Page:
Embrace commercial fish farming - Naro

Monday October 26 2020
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NTV crew cover the proceeding of the virtual Seeds of Gold Farm Clinic from MuZardi, Ntaawo on Saturday. PHOTO/ George Katongole

By George Katongole

The National Agricultural Research Organisation (Naro) has indicated that Uganda’s production deficit and potential can only be met through fish farms.
Mr Andrew Izaara, a senior research officer in aquaculture at the Mukono Zonal Agricultural Research and Development Institute (MuZardi), said Uganda has a deficit of 1.13 metric tonnes which must be covered by 2030. 

While making a presentation on commercial farming at the first Seeds of Gold Farm Clinic at MuZardi at Ntaawo Station at the weekend, Mr Izaara said 120,000 metric tonnes, which are currently produced in fish farms, are too low.

“This implies that we need to increase our production by about 300 per cent. You cannot increase that fish by looking at the fish coming out of the lake. We have to increase it by growing it,” Mr Izaara said.

Although the country has a consumption deficit of 600 metric tonnes, the export market, which contributes about 30 per cent of the total production, takes up 30 metric tonnes, fetching in excess of $270m.
Mr Izaara said proper feeding, quality seed and good agronomic practices are necessary for a profitable commercial fish farming .
“Fish farming is an expensive venture to start but it can be profitable with proper practices and proper planning,” he said.

The National Fisheries Resources Research Institute (NaFIRRI) centres at Kajjansi and Jinja, are embarking on efforts to add value as well as studying the possibility of how local fish breeds can be made commercially viable.
The institute exhibited Barbus fish, locally known as Kisingya, which is understood to be a viable substitute to tilapia, the most commonly farmed fish. The other is Catfish.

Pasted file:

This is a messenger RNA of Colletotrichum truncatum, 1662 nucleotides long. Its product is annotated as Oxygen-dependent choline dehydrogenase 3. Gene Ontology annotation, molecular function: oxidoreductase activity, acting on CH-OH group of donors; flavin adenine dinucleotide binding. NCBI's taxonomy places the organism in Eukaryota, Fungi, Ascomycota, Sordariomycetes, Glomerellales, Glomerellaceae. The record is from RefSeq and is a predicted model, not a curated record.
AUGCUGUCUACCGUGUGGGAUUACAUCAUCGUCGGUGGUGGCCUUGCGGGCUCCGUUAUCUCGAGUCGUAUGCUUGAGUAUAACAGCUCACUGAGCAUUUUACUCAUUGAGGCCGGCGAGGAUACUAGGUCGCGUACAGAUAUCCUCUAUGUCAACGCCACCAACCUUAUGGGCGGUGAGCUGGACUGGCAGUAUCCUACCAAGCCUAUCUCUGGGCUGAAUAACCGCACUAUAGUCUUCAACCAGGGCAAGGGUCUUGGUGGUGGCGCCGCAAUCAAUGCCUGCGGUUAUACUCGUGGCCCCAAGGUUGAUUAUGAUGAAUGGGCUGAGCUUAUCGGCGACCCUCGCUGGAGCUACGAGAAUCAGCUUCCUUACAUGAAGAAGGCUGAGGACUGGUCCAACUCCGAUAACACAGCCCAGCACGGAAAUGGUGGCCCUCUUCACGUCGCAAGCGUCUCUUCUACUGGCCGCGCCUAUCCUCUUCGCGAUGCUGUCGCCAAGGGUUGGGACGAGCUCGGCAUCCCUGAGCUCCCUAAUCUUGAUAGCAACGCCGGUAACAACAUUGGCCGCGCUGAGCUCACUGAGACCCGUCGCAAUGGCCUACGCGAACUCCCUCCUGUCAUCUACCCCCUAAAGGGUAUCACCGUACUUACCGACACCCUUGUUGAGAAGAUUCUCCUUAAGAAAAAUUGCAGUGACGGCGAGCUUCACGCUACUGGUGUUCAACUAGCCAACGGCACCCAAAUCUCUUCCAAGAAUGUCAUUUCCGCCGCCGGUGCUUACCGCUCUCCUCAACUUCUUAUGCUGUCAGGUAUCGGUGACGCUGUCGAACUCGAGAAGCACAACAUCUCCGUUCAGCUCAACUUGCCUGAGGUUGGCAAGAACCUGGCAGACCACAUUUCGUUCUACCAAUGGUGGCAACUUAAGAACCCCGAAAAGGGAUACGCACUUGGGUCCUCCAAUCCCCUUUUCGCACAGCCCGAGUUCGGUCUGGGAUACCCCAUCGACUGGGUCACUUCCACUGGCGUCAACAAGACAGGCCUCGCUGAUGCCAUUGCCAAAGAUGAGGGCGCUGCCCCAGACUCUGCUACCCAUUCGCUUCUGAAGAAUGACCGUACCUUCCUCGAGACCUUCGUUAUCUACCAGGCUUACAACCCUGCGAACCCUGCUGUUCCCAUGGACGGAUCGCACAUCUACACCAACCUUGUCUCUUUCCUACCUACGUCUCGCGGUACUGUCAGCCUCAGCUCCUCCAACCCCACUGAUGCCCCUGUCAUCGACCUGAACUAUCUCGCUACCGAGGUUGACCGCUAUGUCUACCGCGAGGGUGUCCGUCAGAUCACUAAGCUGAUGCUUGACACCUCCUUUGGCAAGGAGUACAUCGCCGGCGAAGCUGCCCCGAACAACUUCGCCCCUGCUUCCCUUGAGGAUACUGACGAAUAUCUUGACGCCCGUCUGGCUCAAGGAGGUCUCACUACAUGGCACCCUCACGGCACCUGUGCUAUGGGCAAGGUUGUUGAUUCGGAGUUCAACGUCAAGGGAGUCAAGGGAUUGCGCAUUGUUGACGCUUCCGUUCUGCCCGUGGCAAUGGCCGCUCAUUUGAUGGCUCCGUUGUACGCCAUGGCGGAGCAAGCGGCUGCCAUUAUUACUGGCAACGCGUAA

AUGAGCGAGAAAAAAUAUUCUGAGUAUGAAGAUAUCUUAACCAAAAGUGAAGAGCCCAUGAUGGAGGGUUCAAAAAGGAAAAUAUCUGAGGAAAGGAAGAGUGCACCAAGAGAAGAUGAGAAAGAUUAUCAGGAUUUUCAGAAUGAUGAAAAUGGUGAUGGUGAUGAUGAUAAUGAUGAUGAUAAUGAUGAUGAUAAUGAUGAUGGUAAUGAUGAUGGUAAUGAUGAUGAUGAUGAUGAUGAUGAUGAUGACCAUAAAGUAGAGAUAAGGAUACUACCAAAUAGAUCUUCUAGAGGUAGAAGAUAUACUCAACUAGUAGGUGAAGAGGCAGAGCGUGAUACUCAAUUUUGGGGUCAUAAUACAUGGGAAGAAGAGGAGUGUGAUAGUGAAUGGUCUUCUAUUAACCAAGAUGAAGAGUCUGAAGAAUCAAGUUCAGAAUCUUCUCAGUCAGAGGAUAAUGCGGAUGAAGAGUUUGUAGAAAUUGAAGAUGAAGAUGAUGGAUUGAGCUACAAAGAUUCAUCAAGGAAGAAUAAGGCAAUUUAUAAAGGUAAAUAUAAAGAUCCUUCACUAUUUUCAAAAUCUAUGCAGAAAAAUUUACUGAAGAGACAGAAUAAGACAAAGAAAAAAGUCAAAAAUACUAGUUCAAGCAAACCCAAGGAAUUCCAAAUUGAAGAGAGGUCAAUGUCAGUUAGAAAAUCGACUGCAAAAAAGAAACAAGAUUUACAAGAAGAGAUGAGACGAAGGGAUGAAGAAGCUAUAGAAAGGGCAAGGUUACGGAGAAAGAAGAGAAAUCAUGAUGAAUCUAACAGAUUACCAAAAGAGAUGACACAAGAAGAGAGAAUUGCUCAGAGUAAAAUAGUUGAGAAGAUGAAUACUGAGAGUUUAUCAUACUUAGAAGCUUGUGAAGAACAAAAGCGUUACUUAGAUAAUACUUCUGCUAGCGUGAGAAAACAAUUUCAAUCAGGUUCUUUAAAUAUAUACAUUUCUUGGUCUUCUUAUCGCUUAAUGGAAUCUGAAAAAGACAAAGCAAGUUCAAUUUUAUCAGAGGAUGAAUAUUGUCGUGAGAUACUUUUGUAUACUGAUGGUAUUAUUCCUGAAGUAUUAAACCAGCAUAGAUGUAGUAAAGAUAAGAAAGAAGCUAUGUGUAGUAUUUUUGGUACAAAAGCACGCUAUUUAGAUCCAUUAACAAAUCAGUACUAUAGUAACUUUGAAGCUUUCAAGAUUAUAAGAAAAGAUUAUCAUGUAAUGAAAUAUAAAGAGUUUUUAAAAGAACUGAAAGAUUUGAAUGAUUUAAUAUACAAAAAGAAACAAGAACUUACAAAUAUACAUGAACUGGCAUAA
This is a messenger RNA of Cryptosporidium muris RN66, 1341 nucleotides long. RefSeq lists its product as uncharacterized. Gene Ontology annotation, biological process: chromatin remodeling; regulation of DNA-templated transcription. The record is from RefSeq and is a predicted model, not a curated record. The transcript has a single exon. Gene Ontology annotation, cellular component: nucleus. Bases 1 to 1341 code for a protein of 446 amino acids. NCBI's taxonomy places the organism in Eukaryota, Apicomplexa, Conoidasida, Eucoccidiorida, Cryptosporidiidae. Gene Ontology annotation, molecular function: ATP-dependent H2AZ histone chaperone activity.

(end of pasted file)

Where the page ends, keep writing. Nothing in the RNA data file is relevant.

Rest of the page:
Among the efforts is the production of the Black Soldier fly as a replacement for mukene (silver fish) in animal feeds.

The two-pronged event, which also highlighted coffee farming, explored how coffee production can be optimised with focus on value addition.
Dr Godfrey Kagezi, the senior research officer at the National Coffee Research Institute (NaCORI), Kituuza, stressed the importance of pruning, stumping and keeping shambas disease-free.
The farm clinic was covered live on NTV and their Social Media handles to thousands of keen farmers due to the coronavirus outbreak. 

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While marking the World Food Day on October 16, the United Nations advised countries to adopt innovative solutions based on scientific evidence so that they can build back better and improve food systems after the Covid-19 effects. 
A May to June survey by Twaweza,  a non-governmental organisation,  found that half of the households (48 per cent) in the country did not have enough food to take them for more than a week, indicating  food insecurity.

With farming increasingly becoming necessary due to urbanisation, platinum sponsors of the event, Stanbic Bank Uganda stressed the role of financing. “Farmers need all the help they can get in order to meet their goals. As Stanbic Bank, we are willing to offer appropriate solutions through agricultural financing,” said Ms Melissa Nyakwera, the head of Agribusiness at Stanbic Bank.

Ms Claire Ichumar, the relations manager at National Social Security Fund, encouraged farmers to take up voluntary saving schemes for happy retirement.
Ms Elizabeth Namaganda, the head of marketing at Nation Media Group Uganda, was excited about the success of the project.


 

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